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Roth IRAs: The Complete Guide
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Roth IRA Contributions With No Job?

Yes, it’s possible even if you don’t have a conventional job

The IRS gets a little grumpy if you contribute to a Roth IRA without what it calls earned income. That usually means that you need a paying job—working for either someone else or your own business—to make Roth IRA contributions. But what if you don’t have one—a job, that is—and you still want a Roth?

Even if you don’t have a conventional job, you may be able to contribute to a Roth IRA.

Key Takeaways

  • You can contribute to a Roth IRA if you have earned income and meet the income limits.
  • Even if you don’t have a conventional job, you may have income that qualifies as “earned.”
  • Spouses with no income can also contribute to Roth IRAs using the other spouse’s earned income.

The Good News

Although it’s not true in all cases, if you’re paying taxes on any type of income from working, then there’s a good chance you can make Roth IRA contributions. Although earned income typically includes wages, salaries, tips, bonuses, commissions, and self-employment income, it also includes some kinds of income that you might not immediately think of as “earned.”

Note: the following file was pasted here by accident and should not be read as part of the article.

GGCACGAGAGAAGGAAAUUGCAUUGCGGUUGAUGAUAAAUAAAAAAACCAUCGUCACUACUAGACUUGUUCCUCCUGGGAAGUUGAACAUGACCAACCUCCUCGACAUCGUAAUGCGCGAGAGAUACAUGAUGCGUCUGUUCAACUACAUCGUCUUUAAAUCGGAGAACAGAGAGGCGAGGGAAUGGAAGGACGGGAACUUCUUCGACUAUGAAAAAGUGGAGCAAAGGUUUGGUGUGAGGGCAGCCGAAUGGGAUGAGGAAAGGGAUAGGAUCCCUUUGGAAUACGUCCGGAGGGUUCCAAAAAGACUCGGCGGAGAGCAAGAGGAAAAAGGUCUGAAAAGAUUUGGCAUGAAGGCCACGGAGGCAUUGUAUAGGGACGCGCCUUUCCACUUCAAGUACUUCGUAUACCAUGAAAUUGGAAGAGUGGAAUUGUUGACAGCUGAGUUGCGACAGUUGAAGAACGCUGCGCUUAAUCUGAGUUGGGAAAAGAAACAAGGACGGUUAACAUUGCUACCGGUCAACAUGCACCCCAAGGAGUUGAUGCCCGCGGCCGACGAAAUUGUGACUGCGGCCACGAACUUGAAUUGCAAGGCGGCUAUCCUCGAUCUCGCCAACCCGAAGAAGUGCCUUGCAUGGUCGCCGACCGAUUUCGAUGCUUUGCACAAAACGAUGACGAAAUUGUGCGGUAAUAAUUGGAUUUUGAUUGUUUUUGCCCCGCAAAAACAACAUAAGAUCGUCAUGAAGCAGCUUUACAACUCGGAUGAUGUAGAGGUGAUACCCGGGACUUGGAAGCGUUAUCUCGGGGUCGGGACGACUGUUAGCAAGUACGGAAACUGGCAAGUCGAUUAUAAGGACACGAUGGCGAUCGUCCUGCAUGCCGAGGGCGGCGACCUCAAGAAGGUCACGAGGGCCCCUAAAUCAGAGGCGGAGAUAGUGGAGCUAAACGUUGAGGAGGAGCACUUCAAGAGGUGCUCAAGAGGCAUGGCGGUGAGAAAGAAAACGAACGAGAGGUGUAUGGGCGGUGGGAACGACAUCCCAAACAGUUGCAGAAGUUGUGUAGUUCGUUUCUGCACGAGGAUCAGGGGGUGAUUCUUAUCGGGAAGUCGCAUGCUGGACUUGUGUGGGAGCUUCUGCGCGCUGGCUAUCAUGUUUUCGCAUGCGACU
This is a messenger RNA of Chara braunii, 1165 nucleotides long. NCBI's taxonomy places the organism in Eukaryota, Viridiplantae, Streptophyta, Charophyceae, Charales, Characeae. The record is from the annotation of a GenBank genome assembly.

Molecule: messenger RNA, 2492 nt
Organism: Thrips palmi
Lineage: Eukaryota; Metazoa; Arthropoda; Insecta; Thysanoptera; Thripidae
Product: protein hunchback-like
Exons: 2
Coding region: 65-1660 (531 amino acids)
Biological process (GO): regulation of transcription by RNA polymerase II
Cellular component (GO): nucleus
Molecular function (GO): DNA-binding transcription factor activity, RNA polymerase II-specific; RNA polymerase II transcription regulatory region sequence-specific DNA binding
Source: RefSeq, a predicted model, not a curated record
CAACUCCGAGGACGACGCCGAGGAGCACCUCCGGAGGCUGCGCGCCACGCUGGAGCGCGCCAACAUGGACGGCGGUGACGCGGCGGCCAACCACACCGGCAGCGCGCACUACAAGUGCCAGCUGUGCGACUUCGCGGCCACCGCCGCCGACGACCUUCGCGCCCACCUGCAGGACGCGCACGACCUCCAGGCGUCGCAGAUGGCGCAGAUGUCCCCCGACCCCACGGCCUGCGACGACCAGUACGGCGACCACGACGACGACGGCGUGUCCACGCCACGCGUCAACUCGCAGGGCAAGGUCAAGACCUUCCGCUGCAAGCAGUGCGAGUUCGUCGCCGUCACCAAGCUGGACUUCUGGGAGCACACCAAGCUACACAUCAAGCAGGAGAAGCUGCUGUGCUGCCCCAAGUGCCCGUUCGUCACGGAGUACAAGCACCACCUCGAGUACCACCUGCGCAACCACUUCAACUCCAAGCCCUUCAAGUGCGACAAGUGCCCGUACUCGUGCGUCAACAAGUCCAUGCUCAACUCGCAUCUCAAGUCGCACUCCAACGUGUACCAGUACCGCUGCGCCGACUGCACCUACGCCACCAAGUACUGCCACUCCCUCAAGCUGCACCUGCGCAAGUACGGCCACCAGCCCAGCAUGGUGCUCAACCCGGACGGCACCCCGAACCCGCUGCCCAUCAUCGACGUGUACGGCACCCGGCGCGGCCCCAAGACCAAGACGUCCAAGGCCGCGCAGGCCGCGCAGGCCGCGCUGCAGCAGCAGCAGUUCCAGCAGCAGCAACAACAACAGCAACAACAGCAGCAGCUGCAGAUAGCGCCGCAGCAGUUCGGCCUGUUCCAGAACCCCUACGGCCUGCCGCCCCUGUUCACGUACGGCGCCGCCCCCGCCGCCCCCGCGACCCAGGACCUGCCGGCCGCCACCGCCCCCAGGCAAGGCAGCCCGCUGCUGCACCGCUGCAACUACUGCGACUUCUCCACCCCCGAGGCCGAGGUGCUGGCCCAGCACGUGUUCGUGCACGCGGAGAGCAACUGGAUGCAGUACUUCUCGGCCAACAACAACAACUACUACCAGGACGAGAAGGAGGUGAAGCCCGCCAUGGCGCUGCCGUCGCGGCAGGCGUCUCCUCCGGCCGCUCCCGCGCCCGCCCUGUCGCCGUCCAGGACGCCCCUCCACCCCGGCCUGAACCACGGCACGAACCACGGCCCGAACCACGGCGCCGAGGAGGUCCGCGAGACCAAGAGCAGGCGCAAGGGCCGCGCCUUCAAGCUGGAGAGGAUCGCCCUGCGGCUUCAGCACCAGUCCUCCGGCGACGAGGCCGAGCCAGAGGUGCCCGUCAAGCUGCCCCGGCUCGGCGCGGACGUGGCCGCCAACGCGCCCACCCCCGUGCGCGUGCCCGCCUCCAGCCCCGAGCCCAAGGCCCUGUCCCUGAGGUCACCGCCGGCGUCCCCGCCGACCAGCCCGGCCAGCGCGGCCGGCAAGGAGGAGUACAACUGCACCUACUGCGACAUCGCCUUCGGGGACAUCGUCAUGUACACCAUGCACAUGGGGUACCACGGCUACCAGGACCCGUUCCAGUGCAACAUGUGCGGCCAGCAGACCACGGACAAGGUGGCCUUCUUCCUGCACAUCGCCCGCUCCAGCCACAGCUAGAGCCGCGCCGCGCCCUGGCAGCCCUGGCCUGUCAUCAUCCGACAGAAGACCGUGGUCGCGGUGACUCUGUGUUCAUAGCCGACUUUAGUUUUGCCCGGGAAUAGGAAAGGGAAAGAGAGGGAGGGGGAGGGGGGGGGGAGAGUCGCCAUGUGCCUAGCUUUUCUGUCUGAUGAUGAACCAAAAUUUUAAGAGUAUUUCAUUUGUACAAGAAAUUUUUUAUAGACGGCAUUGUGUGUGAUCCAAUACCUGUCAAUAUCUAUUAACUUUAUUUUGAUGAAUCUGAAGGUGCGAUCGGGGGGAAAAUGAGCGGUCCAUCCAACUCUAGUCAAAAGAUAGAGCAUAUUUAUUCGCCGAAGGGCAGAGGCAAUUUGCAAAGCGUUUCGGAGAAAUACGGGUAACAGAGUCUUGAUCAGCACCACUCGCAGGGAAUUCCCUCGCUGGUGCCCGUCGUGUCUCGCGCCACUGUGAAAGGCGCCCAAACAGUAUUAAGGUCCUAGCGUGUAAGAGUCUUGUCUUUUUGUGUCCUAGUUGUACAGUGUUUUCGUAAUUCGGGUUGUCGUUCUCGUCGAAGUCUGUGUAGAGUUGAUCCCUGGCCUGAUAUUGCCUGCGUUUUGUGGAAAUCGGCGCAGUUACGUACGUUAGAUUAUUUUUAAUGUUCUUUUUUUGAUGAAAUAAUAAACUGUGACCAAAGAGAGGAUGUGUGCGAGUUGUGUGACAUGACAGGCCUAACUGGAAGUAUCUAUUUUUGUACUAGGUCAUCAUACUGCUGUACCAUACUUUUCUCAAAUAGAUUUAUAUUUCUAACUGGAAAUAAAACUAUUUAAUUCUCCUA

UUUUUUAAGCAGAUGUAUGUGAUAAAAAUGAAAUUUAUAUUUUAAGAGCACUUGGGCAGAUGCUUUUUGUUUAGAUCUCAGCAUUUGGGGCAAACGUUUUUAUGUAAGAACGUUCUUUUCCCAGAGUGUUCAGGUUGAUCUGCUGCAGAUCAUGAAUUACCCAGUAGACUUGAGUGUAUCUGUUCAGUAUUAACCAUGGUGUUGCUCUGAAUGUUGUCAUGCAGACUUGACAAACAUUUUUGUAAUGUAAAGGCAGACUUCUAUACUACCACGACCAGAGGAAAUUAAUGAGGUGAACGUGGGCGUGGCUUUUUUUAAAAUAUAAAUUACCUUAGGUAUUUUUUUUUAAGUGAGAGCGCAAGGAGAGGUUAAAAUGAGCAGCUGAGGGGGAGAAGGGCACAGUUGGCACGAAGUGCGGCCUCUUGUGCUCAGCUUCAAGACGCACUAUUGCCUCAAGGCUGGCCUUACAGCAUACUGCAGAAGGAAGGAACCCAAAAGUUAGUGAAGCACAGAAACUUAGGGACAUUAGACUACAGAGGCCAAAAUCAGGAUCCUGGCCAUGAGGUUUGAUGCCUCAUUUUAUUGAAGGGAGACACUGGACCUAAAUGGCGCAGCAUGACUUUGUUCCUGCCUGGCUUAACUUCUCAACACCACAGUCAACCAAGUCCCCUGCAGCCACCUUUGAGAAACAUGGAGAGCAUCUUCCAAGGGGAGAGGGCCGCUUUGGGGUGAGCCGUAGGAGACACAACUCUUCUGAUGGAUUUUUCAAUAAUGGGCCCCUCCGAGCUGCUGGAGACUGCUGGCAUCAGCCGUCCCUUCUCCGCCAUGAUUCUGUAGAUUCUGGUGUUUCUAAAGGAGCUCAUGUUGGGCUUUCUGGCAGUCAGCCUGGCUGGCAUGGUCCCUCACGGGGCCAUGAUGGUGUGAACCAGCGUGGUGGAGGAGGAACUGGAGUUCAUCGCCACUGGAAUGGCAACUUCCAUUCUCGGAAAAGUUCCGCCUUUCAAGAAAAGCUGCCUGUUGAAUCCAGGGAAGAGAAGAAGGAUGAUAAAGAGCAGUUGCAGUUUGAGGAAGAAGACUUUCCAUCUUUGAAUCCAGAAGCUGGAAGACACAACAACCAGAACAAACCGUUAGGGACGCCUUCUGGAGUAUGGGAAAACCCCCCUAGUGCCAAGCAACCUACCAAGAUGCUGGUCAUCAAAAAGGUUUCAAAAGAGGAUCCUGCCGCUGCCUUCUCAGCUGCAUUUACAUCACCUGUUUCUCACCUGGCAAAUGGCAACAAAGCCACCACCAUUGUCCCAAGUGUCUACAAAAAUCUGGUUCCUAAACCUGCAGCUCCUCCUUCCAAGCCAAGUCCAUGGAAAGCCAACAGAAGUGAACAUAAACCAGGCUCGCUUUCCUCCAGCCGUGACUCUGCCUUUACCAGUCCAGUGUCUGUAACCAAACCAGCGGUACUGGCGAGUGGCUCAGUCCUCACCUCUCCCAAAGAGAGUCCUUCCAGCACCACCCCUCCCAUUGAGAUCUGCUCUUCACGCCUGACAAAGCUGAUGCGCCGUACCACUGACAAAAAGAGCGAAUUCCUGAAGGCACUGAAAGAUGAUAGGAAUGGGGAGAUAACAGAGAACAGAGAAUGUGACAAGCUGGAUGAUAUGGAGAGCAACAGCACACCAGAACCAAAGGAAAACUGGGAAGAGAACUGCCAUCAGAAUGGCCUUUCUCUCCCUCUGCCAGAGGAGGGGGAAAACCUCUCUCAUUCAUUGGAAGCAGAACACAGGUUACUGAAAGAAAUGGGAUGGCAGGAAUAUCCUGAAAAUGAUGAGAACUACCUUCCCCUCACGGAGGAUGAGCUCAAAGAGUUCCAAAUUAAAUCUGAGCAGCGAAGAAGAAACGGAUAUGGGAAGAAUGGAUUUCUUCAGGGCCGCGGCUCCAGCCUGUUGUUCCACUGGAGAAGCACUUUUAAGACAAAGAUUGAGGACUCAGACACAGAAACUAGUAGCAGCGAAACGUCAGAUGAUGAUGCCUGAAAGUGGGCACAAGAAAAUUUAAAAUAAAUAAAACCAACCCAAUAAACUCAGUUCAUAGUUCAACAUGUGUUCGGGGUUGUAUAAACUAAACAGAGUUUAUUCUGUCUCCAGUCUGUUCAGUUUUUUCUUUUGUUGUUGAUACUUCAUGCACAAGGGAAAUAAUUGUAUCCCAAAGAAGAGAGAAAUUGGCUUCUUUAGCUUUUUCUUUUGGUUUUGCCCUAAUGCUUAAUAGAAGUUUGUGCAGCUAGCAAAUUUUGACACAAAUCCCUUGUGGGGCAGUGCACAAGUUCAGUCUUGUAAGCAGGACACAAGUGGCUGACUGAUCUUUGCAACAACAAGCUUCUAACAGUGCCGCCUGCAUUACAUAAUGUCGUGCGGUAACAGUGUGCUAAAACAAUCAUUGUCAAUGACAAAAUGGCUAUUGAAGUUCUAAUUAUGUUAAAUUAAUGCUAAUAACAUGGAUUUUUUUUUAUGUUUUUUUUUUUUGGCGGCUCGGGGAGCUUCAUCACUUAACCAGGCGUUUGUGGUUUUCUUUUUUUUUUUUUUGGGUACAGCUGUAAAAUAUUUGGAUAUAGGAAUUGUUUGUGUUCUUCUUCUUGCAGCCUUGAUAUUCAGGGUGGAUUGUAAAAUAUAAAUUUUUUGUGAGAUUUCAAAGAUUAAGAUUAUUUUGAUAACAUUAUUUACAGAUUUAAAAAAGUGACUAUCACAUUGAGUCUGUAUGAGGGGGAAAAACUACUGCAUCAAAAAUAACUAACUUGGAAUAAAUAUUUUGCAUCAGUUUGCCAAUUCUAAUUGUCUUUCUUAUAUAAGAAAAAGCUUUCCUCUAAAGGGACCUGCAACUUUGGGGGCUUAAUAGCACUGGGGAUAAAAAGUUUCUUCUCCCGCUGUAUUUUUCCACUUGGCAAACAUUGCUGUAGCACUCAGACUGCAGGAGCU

Here are some examples of ways that you might fund a Roth without having a traditional job or steady pay.

Your eligibility to contribute to a Roth IRA also depends on how much you earn. The IRS sets income limits that restrict high earners based on modified adjusted gross income (MAGI) and tax-filing status.

If You Exercised Stock Options

When you exercise non-qualified stock options, you’ll probably pay income taxes on the difference between the grant price and the price at which you exercised the options. You may contribute this taxable income to a Roth IRA.

If You’re Awarded a Scholarship or Fellowship

Some scholarships and fellowships are taxable—especially those that pay for room and board, teaching, or research, or that include a stipend for living expenses. What’s important is that you’re paying income taxes on these funds. IRS Publication 970: Tax Benefits for Education covers this in detail. When you pay these taxes, you can usually use that income to justify a Roth IRA contribution.

If Your Spouse Has Earned Income

If your spouse earns income but you don’t, the IRS allows you to have an IRA of your own and use family funds to make your annual contributions. Often called a spousal IRA, these accounts act just like a normal Roth IRA does. The only difference is that it's your spouse’s income, rather than your own, that determines whether you qualify for a Roth IRA based on the maximum income limits.

Families often use the spousal IRA to double the amount they can contribute to IRAs each year. For the 2021 and 2022 tax years, you can contribute up to $6,000 per person. If you’re age 50 or older, the limit is $7,000. That means couples can collectively contribute $12,000 to $14,000, depending on whether either or both are eligible for the catch-up contributions.

Also, to qualify for a spousal IRA, you must file your taxes as married filing jointly. If the spouse with no income later goes back to work, they can still contribute to their existing spousal IRA. After the account is set up, it’s an IRA just like any other.